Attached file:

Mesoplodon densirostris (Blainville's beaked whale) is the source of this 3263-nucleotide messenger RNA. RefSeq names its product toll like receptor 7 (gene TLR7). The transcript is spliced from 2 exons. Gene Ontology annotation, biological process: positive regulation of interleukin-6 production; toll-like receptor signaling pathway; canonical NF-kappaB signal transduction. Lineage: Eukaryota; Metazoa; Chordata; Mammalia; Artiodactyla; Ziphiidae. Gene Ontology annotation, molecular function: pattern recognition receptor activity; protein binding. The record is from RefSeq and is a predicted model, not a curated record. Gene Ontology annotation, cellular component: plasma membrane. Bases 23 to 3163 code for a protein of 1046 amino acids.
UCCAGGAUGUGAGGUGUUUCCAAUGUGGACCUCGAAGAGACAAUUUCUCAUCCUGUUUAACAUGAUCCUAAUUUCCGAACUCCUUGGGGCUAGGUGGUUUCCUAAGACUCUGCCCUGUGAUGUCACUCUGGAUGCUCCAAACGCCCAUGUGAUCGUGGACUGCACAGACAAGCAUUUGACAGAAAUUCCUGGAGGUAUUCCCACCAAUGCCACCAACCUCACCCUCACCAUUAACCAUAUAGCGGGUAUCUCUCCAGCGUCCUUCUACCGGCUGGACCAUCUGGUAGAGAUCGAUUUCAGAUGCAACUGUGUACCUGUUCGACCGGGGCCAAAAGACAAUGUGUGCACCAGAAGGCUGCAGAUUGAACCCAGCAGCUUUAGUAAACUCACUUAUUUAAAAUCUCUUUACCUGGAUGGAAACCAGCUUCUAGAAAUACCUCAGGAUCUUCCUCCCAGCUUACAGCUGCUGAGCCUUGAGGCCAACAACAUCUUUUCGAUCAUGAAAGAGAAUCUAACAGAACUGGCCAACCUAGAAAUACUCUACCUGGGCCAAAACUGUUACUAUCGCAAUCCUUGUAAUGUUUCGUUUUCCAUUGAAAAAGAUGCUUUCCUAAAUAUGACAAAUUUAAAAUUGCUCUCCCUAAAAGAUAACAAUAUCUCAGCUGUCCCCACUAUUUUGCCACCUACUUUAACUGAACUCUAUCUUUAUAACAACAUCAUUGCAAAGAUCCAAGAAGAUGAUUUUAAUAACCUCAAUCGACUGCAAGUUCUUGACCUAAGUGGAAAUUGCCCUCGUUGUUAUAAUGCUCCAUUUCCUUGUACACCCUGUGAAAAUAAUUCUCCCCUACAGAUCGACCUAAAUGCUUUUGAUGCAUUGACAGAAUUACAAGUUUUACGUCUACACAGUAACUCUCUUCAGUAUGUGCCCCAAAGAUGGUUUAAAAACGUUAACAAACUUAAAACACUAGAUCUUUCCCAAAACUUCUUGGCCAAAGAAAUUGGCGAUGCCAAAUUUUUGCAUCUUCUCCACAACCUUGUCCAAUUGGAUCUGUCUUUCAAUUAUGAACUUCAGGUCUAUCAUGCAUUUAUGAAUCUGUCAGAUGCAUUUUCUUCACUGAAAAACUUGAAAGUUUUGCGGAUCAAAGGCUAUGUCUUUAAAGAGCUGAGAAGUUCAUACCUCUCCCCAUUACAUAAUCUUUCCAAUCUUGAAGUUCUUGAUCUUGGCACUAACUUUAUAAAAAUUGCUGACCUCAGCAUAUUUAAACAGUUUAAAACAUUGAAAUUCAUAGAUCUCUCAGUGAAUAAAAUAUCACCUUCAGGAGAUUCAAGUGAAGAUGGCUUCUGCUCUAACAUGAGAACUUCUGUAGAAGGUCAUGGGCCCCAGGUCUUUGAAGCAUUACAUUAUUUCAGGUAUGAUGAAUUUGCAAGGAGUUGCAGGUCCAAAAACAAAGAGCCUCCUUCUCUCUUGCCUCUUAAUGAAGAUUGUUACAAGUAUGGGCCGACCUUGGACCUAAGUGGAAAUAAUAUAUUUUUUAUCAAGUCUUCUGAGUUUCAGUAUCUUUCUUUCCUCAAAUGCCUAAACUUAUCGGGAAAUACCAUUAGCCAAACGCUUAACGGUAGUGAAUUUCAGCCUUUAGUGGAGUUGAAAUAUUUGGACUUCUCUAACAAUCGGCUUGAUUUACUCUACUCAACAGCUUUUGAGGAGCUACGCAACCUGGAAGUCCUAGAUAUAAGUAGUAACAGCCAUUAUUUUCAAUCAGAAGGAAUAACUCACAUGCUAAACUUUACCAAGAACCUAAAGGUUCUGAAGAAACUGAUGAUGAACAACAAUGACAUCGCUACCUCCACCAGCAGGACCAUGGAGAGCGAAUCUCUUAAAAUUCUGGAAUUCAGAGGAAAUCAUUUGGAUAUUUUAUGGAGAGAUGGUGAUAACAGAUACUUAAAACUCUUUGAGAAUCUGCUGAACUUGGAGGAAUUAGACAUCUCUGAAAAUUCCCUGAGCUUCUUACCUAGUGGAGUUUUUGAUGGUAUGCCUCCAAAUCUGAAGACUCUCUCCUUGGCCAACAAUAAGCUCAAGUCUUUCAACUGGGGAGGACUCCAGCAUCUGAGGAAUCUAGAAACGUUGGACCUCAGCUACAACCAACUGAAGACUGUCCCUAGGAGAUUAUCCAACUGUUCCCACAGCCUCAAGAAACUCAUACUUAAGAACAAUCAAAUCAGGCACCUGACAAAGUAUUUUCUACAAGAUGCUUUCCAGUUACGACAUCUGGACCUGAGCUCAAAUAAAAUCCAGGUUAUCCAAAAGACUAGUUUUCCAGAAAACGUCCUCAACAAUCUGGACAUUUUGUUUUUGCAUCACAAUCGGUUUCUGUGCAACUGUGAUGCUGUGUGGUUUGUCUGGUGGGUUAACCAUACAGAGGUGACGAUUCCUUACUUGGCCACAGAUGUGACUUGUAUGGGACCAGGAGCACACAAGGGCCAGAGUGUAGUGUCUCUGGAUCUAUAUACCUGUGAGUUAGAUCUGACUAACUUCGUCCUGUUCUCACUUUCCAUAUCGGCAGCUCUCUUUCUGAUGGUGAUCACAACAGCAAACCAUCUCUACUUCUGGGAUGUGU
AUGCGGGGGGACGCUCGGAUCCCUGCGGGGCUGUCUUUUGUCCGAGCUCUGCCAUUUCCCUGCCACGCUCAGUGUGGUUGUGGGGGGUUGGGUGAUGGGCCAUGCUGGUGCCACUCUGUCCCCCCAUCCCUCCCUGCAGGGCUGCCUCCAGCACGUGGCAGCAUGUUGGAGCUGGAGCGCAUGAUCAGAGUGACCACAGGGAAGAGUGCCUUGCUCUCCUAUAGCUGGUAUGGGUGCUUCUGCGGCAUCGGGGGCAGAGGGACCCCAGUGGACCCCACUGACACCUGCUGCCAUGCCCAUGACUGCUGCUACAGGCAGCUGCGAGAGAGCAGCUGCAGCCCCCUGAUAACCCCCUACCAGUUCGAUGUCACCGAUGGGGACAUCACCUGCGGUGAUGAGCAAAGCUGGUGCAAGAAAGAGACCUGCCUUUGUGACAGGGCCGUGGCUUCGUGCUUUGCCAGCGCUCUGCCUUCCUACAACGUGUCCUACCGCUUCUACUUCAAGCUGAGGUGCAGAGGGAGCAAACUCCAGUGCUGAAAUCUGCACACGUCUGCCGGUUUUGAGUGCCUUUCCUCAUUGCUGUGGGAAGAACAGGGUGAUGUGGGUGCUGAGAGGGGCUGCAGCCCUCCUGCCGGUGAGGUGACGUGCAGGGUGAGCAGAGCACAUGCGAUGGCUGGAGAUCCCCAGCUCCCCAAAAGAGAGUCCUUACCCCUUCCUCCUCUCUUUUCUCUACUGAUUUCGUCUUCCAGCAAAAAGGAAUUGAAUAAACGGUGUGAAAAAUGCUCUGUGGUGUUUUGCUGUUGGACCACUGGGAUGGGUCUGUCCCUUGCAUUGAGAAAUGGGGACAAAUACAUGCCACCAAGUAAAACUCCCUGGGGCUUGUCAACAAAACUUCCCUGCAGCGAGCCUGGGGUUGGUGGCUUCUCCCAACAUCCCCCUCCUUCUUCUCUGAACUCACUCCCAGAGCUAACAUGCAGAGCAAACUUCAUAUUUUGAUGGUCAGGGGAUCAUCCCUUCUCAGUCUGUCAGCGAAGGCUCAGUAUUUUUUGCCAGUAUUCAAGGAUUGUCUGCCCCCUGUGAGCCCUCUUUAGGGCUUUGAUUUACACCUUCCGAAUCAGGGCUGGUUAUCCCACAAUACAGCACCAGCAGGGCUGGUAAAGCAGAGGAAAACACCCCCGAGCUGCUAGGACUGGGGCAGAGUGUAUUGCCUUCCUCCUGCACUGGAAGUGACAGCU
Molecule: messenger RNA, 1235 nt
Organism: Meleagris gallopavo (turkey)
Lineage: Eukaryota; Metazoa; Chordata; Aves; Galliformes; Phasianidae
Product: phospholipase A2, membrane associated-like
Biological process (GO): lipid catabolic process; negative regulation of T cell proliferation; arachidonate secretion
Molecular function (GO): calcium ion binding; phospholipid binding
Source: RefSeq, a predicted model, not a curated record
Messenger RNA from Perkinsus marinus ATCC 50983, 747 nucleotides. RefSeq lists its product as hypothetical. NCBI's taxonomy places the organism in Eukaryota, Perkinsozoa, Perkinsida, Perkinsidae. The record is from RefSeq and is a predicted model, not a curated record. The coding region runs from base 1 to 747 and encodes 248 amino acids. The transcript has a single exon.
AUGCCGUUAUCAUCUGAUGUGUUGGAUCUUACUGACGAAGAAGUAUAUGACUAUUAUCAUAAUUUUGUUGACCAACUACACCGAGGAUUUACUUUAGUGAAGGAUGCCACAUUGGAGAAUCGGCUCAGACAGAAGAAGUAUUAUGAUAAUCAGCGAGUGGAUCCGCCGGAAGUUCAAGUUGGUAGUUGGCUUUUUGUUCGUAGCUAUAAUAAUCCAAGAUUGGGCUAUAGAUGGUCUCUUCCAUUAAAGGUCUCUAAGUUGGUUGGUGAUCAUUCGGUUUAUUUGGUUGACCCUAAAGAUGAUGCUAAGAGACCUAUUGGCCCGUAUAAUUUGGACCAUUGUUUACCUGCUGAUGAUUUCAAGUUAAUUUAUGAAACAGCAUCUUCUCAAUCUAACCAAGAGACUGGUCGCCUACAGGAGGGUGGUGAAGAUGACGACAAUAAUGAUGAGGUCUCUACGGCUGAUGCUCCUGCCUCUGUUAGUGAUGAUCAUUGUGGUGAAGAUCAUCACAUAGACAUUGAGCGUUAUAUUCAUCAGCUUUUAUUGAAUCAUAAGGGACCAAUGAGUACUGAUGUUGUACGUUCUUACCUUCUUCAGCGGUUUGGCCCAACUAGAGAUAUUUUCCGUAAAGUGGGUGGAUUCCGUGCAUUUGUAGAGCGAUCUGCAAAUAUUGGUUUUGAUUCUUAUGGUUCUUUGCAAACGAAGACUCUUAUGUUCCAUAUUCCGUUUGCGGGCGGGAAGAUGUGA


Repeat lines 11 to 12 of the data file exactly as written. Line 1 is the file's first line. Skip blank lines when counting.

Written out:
Messenger RNA from Perkinsus marinus ATCC 50983, 747 nucleotides. RefSeq lists its product as hypothetical. NCBI's taxonomy places the organism in Eukaryota, Perkinsozoa, Perkinsida, Perkinsidae. The record is from RefSeq and is a predicted model, not a curated record. The coding region runs from base 1 to 747 and encodes 248 amino acids. The transcript has a single exon.
AUGCCGUUAUCAUCUGAUGUGUUGGAUCUUACUGACGAAGAAGUAUAUGACUAUUAUCAUAAUUUUGUUGACCAACUACACCGAGGAUUUACUUUAGUGAAGGAUGCCACAUUGGAGAAUCGGCUCAGACAGAAGAAGUAUUAUGAUAAUCAGCGAGUGGAUCCGCCGGAAGUUCAAGUUGGUAGUUGGCUUUUUGUUCGUAGCUAUAAUAAUCCAAGAUUGGGCUAUAGAUGGUCUCUUCCAUUAAAGGUCUCUAAGUUGGUUGGUGAUCAUUCGGUUUAUUUGGUUGACCCUAAAGAUGAUGCUAAGAGACCUAUUGGCCCGUAUAAUUUGGACCAUUGUUUACCUGCUGAUGAUUUCAAGUUAAUUUAUGAAACAGCAUCUUCUCAAUCUAACCAAGAGACUGGUCGCCUACAGGAGGGUGGUGAAGAUGACGACAAUAAUGAUGAGGUCUCUACGGCUGAUGCUCCUGCCUCUGUUAGUGAUGAUCAUUGUGGUGAAGAUCAUCACAUAGACAUUGAGCGUUAUAUUCAUCAGCUUUUAUUGAAUCAUAAGGGACCAAUGAGUACUGAUGUUGUACGUUCUUACCUUCUUCAGCGGUUUGGCCCAACUAGAGAUAUUUUCCGUAAAGUGGGUGGAUUCCGUGCAUUUGUAGAGCGAUCUGCAAAUAUUGGUUUUGAUUCUUAUGGUUCUUUGCAAACGAAGACUCUUAUGUUCCAUAUUCCGUUUGCGGGCGGGAAGAUGUGA